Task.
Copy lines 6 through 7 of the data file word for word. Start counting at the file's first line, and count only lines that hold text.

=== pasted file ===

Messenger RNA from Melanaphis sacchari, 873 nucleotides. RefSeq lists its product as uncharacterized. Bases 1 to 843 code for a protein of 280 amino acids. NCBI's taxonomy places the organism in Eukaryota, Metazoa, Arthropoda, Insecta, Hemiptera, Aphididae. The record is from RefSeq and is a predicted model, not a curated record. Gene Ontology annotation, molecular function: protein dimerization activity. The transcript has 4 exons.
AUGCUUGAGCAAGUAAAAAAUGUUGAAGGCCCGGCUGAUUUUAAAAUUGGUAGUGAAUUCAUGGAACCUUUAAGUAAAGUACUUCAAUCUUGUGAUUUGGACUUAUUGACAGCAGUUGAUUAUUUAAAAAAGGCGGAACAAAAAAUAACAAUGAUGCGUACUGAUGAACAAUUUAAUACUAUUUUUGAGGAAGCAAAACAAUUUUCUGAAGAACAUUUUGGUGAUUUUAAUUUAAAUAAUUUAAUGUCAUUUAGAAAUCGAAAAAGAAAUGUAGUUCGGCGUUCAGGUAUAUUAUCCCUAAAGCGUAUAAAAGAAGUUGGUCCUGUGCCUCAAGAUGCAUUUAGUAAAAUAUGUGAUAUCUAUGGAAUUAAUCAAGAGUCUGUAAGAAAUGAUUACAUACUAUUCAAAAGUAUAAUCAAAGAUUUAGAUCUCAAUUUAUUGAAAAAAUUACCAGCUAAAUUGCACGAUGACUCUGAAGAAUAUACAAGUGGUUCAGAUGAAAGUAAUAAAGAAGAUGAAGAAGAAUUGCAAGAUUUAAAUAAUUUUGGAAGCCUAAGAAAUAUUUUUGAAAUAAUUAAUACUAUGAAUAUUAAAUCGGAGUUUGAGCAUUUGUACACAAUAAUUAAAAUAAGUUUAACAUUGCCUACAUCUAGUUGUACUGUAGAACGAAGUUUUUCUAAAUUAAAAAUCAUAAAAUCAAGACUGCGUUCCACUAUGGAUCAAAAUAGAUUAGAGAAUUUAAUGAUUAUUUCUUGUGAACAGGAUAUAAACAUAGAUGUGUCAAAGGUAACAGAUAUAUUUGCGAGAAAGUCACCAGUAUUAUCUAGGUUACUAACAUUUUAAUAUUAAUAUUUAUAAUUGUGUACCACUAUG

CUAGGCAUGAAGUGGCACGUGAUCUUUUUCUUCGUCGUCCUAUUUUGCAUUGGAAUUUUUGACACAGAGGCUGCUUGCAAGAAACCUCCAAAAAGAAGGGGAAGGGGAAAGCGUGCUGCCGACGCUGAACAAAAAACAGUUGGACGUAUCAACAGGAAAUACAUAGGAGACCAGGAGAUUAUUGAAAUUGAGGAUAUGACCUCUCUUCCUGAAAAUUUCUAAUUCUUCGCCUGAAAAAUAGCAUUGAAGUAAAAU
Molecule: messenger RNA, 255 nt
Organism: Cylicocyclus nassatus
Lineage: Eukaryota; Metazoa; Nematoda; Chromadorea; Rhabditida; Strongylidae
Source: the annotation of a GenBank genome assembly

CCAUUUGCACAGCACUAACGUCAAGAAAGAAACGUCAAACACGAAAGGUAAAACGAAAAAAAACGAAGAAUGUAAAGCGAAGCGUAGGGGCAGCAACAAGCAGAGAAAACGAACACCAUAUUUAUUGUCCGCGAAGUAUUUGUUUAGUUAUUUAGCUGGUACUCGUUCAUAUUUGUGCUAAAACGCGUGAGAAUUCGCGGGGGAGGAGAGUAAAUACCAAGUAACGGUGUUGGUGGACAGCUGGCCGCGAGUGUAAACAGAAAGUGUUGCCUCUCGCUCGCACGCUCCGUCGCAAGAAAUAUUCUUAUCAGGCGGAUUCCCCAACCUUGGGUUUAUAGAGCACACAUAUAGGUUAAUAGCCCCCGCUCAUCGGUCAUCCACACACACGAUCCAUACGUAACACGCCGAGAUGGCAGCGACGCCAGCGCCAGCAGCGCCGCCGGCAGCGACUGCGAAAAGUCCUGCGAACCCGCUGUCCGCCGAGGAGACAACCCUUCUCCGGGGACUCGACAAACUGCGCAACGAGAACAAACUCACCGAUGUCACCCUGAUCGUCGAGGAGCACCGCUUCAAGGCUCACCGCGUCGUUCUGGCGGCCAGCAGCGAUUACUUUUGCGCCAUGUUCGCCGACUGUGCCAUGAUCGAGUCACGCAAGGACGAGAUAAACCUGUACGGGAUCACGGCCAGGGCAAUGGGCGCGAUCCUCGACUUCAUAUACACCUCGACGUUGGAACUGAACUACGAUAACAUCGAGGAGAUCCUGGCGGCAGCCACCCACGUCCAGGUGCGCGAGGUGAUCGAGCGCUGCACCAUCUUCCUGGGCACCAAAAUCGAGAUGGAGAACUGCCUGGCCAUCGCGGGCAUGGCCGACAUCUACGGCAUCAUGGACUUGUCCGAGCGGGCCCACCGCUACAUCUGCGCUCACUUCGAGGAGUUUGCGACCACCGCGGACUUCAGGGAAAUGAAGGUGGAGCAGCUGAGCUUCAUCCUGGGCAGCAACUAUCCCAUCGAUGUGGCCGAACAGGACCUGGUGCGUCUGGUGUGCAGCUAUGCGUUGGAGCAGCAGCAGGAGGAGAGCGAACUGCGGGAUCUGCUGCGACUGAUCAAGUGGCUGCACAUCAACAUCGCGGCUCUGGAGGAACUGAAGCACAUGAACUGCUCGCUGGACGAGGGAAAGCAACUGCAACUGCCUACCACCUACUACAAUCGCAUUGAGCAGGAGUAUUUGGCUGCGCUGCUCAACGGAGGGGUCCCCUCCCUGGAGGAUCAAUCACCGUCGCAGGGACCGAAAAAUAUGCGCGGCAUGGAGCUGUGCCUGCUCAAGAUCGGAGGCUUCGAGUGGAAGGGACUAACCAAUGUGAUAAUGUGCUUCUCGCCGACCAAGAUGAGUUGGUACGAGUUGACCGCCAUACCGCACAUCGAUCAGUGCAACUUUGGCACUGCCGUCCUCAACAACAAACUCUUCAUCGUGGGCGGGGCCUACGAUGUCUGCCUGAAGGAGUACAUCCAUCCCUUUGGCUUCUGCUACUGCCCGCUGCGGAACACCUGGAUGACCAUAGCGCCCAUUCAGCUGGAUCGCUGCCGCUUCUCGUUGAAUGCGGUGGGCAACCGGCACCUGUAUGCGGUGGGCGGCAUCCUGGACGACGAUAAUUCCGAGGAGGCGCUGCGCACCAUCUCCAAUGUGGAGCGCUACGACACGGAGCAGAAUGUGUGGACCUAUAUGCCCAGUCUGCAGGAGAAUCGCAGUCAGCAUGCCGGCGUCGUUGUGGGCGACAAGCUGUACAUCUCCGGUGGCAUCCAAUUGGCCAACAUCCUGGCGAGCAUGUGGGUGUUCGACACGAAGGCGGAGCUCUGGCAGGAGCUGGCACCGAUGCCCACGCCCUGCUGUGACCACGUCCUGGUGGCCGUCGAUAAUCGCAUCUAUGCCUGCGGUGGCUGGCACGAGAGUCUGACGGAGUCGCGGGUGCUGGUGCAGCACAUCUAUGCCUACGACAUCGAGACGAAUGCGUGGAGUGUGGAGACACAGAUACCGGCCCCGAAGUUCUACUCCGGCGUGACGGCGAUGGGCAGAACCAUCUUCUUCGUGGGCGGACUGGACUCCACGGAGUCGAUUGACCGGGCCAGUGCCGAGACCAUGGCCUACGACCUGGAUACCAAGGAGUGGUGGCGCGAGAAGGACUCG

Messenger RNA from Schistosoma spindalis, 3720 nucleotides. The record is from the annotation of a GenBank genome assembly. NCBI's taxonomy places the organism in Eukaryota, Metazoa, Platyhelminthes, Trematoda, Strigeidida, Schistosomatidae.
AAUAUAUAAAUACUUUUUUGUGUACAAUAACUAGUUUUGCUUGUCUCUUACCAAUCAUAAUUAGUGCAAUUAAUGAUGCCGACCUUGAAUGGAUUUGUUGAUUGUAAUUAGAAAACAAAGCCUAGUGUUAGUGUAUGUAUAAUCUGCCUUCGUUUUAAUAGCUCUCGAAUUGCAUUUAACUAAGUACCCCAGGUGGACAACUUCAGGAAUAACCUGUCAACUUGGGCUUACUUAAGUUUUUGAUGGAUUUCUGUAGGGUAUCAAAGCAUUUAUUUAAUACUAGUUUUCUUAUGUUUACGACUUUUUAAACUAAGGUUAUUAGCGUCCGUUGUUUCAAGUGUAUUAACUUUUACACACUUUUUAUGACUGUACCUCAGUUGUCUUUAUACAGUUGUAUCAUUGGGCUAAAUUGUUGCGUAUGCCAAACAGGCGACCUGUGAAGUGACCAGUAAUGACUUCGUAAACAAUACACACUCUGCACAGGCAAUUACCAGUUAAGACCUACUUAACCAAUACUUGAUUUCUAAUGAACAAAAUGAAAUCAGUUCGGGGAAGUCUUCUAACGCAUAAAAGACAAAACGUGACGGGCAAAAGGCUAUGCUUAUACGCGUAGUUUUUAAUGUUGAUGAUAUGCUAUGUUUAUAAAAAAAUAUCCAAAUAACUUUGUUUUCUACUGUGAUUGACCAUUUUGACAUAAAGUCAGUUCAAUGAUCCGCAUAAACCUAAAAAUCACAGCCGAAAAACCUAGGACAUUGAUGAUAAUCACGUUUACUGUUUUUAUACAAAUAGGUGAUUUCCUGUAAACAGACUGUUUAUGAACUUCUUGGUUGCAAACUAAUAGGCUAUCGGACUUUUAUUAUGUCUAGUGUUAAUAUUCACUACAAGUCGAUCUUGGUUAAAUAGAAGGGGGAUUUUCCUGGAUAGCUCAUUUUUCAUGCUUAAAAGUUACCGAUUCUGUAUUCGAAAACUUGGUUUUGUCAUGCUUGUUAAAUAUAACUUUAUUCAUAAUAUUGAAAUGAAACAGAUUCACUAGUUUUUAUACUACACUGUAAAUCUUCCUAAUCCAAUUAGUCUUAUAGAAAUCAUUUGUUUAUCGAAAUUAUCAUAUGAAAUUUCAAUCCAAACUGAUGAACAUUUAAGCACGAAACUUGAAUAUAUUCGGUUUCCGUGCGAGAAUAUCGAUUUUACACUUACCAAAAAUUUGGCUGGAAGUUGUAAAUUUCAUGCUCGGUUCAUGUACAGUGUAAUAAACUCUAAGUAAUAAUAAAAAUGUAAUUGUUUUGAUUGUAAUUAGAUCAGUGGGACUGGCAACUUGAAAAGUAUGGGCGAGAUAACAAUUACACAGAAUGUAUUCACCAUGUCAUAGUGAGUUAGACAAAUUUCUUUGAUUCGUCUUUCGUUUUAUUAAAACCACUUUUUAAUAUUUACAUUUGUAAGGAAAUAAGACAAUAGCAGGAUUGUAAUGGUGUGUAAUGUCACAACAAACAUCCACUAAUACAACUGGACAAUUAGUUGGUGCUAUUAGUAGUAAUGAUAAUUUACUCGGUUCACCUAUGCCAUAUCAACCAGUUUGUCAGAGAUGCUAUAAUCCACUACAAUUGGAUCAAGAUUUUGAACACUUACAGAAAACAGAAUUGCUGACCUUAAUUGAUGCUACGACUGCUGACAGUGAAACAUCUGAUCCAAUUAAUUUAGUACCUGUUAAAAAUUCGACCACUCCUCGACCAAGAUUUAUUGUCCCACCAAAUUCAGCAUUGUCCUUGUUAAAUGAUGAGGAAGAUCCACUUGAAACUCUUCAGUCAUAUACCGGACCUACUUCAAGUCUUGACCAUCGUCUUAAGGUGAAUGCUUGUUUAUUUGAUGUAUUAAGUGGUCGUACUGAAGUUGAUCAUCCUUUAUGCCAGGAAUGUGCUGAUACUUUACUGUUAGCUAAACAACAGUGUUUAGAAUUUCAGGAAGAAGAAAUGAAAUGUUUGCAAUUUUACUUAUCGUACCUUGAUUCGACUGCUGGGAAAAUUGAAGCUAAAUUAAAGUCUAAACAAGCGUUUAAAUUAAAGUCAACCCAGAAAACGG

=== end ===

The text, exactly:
Lineage: Eukaryota; Metazoa; Nematoda; Chromadorea; Rhabditida; Strongylidae
Source: the annotation of a GenBank genome assembly